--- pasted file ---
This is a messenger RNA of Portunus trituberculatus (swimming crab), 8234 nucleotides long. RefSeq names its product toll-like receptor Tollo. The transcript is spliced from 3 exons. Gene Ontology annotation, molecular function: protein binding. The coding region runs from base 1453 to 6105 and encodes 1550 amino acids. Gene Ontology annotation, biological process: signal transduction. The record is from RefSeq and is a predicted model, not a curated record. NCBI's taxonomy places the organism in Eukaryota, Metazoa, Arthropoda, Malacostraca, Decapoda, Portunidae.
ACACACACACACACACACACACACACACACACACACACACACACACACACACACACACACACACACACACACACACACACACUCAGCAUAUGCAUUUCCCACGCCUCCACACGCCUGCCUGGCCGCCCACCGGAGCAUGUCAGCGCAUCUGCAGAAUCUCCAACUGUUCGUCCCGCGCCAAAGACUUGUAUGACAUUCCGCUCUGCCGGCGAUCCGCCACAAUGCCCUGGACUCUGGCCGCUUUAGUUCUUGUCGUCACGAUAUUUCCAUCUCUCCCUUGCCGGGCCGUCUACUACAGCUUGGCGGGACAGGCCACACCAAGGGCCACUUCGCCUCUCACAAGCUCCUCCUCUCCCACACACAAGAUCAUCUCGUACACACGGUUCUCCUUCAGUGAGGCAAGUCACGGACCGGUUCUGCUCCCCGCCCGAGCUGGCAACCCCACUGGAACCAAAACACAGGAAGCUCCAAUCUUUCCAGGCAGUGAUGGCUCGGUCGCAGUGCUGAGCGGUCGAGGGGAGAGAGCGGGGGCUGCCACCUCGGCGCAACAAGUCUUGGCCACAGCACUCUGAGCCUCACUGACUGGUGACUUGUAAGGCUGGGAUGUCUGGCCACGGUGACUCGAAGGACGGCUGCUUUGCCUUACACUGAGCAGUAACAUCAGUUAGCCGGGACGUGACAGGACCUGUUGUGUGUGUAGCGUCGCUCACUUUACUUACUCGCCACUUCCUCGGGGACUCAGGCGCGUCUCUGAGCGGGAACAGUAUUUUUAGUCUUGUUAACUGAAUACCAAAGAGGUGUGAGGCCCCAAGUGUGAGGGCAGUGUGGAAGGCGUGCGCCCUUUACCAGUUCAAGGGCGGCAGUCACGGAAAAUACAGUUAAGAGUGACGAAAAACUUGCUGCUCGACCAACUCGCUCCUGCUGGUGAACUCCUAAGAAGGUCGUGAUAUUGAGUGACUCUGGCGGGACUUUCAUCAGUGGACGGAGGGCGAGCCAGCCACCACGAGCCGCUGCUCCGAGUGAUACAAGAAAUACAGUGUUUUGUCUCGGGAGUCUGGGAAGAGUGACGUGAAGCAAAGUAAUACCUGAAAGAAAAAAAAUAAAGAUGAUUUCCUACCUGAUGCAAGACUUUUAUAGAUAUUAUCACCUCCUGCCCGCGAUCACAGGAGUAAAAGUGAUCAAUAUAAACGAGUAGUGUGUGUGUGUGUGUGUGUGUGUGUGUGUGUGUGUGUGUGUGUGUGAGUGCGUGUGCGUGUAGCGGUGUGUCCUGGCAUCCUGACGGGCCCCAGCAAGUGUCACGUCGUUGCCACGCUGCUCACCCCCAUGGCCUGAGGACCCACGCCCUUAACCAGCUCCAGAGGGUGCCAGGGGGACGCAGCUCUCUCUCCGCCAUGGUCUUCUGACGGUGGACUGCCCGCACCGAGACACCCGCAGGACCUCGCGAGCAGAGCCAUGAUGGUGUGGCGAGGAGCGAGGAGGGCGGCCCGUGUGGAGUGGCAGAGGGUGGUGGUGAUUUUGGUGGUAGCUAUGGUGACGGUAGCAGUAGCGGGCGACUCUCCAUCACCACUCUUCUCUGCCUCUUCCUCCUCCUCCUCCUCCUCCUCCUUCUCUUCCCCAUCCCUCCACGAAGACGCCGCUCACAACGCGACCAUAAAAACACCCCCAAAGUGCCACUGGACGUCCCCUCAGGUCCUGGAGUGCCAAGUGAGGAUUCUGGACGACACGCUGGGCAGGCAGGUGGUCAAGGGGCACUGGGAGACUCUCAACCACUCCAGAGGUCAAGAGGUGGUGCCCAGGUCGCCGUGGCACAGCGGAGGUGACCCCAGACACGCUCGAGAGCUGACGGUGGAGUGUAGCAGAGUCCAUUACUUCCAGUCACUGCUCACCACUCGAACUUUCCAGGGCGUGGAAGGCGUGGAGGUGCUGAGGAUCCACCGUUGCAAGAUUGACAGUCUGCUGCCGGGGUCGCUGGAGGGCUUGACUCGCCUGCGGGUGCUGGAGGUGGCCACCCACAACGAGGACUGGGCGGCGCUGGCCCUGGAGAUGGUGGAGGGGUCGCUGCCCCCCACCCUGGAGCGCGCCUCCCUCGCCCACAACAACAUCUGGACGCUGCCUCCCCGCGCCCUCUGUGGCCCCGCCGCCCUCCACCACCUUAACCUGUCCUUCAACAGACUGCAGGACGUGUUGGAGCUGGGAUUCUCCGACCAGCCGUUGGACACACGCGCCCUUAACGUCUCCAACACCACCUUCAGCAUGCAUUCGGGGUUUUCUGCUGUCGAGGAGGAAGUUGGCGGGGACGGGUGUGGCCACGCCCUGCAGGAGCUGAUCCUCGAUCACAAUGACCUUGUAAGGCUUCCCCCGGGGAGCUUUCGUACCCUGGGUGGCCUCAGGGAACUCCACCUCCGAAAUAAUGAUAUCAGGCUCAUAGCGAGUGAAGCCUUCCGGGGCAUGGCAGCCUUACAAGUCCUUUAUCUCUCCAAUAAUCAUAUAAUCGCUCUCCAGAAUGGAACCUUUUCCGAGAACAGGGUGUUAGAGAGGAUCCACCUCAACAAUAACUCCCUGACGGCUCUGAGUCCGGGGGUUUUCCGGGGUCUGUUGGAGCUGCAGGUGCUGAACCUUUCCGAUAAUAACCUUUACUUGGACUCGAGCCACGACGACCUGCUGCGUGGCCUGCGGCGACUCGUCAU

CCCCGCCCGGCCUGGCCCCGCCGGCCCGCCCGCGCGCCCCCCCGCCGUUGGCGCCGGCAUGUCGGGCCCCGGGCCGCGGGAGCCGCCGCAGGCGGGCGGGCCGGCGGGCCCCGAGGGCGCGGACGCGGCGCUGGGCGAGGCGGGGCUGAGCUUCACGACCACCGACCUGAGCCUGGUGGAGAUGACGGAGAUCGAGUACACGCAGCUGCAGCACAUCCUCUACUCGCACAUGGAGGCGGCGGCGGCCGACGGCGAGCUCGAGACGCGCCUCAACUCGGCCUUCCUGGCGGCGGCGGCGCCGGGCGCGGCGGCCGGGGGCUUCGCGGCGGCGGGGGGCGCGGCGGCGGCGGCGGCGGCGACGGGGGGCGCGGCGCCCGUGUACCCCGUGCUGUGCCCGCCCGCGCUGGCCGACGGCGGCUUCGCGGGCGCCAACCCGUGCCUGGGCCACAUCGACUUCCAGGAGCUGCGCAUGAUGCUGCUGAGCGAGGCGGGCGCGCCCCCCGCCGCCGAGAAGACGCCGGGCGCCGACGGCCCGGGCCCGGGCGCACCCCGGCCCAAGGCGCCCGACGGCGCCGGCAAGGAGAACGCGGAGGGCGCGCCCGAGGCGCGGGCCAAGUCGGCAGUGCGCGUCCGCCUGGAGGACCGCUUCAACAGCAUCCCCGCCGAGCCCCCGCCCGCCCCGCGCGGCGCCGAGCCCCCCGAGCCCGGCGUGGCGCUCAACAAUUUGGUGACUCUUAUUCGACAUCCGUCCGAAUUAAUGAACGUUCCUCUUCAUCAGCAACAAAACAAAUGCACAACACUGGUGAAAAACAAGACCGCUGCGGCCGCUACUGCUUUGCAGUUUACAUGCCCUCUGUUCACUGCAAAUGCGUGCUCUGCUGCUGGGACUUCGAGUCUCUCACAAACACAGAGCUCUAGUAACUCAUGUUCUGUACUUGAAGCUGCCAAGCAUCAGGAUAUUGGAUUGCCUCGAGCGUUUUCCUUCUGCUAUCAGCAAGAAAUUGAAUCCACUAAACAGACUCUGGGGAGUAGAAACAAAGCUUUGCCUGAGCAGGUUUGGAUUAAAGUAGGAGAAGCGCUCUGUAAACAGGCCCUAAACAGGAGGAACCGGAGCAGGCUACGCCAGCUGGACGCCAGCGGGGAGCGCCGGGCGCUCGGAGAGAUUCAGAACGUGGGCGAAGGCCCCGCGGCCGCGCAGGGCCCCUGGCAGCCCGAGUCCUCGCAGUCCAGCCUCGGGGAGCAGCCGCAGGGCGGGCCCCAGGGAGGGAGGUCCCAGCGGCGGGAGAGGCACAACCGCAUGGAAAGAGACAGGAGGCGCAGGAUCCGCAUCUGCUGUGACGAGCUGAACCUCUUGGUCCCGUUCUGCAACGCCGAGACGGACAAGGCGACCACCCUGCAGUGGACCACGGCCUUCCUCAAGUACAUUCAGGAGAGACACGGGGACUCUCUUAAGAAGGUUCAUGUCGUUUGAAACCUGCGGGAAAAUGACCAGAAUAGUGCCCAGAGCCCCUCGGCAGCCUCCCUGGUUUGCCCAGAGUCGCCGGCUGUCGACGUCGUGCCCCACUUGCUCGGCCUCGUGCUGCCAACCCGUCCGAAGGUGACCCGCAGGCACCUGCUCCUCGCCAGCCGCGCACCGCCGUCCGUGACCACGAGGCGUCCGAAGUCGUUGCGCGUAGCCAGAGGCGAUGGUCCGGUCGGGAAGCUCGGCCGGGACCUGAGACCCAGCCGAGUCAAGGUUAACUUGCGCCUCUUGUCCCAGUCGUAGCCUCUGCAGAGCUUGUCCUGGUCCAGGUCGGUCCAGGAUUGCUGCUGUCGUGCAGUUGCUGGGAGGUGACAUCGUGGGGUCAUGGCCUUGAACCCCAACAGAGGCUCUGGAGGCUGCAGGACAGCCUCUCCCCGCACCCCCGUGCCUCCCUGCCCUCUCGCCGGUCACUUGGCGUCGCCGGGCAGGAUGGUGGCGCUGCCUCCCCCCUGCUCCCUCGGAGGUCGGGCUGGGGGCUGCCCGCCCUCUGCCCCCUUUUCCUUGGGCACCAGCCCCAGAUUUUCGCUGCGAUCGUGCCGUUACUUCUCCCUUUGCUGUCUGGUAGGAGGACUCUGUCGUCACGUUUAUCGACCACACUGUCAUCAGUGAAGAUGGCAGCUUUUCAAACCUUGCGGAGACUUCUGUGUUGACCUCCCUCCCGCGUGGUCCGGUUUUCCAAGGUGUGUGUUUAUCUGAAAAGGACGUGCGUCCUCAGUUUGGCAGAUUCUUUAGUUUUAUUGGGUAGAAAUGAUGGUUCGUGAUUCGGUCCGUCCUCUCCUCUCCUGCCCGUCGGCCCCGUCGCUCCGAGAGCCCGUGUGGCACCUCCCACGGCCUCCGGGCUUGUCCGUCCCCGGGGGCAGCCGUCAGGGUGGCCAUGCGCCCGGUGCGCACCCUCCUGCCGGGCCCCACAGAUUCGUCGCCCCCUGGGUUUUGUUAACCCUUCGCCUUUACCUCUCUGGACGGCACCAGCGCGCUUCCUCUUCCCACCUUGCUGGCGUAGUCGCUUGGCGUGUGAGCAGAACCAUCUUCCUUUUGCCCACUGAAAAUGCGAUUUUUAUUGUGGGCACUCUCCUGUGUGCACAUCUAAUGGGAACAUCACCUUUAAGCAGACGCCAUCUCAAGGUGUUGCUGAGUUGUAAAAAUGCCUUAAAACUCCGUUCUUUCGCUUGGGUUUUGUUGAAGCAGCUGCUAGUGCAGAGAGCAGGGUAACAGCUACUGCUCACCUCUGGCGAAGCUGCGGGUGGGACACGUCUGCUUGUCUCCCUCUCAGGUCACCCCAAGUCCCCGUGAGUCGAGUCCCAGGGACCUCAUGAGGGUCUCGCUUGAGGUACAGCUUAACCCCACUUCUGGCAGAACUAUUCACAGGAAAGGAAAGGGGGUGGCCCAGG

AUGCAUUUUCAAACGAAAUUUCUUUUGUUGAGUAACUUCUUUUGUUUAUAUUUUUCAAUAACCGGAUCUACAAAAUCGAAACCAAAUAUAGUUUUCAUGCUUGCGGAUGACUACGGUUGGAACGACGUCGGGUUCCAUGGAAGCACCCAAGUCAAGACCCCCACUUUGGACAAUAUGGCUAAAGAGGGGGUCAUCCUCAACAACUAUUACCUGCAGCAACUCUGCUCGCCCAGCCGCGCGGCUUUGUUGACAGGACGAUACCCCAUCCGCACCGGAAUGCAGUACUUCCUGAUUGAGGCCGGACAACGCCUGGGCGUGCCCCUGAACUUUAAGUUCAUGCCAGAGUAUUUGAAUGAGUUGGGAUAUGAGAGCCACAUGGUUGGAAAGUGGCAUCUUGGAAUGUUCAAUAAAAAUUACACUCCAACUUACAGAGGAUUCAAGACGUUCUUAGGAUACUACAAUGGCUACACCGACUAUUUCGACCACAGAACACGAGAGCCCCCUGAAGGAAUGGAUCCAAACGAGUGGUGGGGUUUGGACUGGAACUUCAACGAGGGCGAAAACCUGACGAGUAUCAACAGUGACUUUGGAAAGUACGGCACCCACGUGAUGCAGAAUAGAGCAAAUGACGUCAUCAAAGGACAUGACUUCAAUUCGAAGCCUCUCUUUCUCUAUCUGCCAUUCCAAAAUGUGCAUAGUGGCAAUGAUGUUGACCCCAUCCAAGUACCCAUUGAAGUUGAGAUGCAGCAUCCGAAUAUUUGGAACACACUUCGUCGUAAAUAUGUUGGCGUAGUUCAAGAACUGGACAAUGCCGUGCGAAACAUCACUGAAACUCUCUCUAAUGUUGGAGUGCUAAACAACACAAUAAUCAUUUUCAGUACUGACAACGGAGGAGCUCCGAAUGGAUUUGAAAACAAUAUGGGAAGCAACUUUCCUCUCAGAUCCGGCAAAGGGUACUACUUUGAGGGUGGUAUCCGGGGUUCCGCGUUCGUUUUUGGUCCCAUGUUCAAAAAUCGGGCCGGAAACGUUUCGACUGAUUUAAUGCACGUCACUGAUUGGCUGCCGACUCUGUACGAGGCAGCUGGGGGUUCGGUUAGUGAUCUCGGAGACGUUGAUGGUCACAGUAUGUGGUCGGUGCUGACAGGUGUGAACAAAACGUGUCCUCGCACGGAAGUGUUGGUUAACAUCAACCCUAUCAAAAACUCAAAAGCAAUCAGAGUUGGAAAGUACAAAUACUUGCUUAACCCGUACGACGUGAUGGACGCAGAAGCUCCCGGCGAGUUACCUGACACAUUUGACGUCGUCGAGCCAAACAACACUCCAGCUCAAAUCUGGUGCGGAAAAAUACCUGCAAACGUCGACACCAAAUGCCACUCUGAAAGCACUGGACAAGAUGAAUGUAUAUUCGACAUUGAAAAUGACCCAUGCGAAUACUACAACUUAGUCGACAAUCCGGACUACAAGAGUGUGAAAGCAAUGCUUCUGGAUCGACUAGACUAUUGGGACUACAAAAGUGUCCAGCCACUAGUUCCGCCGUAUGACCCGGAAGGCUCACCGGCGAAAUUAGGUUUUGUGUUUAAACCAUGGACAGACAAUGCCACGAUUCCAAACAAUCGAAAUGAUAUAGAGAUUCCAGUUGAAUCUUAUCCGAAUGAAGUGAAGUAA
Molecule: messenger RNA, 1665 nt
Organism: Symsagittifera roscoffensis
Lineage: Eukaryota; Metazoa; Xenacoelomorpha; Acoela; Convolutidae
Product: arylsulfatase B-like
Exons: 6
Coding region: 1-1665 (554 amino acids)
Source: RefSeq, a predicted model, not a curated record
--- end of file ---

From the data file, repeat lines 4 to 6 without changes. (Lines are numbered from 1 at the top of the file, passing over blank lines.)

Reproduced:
AUGCAUUUUCAAACGAAAUUUCUUUUGUUGAGUAACUUCUUUUGUUUAUAUUUUUCAAUAACCGGAUCUACAAAAUCGAAACCAAAUAUAGUUUUCAUGCUUGCGGAUGACUACGGUUGGAACGACGUCGGGUUCCAUGGAAGCACCCAAGUCAAGACCCCCACUUUGGACAAUAUGGCUAAAGAGGGGGUCAUCCUCAACAACUAUUACCUGCAGCAACUCUGCUCGCCCAGCCGCGCGGCUUUGUUGACAGGACGAUACCCCAUCCGCACCGGAAUGCAGUACUUCCUGAUUGAGGCCGGACAACGCCUGGGCGUGCCCCUGAACUUUAAGUUCAUGCCAGAGUAUUUGAAUGAGUUGGGAUAUGAGAGCCACAUGGUUGGAAAGUGGCAUCUUGGAAUGUUCAAUAAAAAUUACACUCCAACUUACAGAGGAUUCAAGACGUUCUUAGGAUACUACAAUGGCUACACCGACUAUUUCGACCACAGAACACGAGAGCCCCCUGAAGGAAUGGAUCCAAACGAGUGGUGGGGUUUGGACUGGAACUUCAACGAGGGCGAAAACCUGACGAGUAUCAACAGUGACUUUGGAAAGUACGGCACCCACGUGAUGCAGAAUAGAGCAAAUGACGUCAUCAAAGGACAUGACUUCAAUUCGAAGCCUCUCUUUCUCUAUCUGCCAUUCCAAAAUGUGCAUAGUGGCAAUGAUGUUGACCCCAUCCAAGUACCCAUUGAAGUUGAGAUGCAGCAUCCGAAUAUUUGGAACACACUUCGUCGUAAAUAUGUUGGCGUAGUUCAAGAACUGGACAAUGCCGUGCGAAACAUCACUGAAACUCUCUCUAAUGUUGGAGUGCUAAACAACACAAUAAUCAUUUUCAGUACUGACAACGGAGGAGCUCCGAAUGGAUUUGAAAACAAUAUGGGAAGCAACUUUCCUCUCAGAUCCGGCAAAGGGUACUACUUUGAGGGUGGUAUCCGGGGUUCCGCGUUCGUUUUUGGUCCCAUGUUCAAAAAUCGGGCCGGAAACGUUUCGACUGAUUUAAUGCACGUCACUGAUUGGCUGCCGACUCUGUACGAGGCAGCUGGGGGUUCGGUUAGUGAUCUCGGAGACGUUGAUGGUCACAGUAUGUGGUCGGUGCUGACAGGUGUGAACAAAACGUGUCCUCGCACGGAAGUGUUGGUUAACAUCAACCCUAUCAAAAACUCAAAAGCAAUCAGAGUUGGAAAGUACAAAUACUUGCUUAACCCGUACGACGUGAUGGACGCAGAAGCUCCCGGCGAGUUACCUGACACAUUUGACGUCGUCGAGCCAAACAACACUCCAGCUCAAAUCUGGUGCGGAAAAAUACCUGCAAACGUCGACACCAAAUGCCACUCUGAAAGCACUGGACAAGAUGAAUGUAUAUUCGACAUUGAAAAUGACCCAUGCGAAUACUACAACUUAGUCGACAAUCCGGACUACAAGAGUGUGAAAGCAAUGCUUCUGGAUCGACUAGACUAUUGGGACUACAAAAGUGUCCAGCCACUAGUUCCGCCGUAUGACCCGGAAGGCUCACCGGCGAAAUUAGGUUUUGUGUUUAAACCAUGGACAGACAAUGCCACGAUUCCAAACAAUCGAAAUGAUAUAGAGAUUCCAGUUGAAUCUUAUCCGAAUGAAGUGAAGUAA
Molecule: messenger RNA, 1665 nt
Organism: Symsagittifera roscoffensis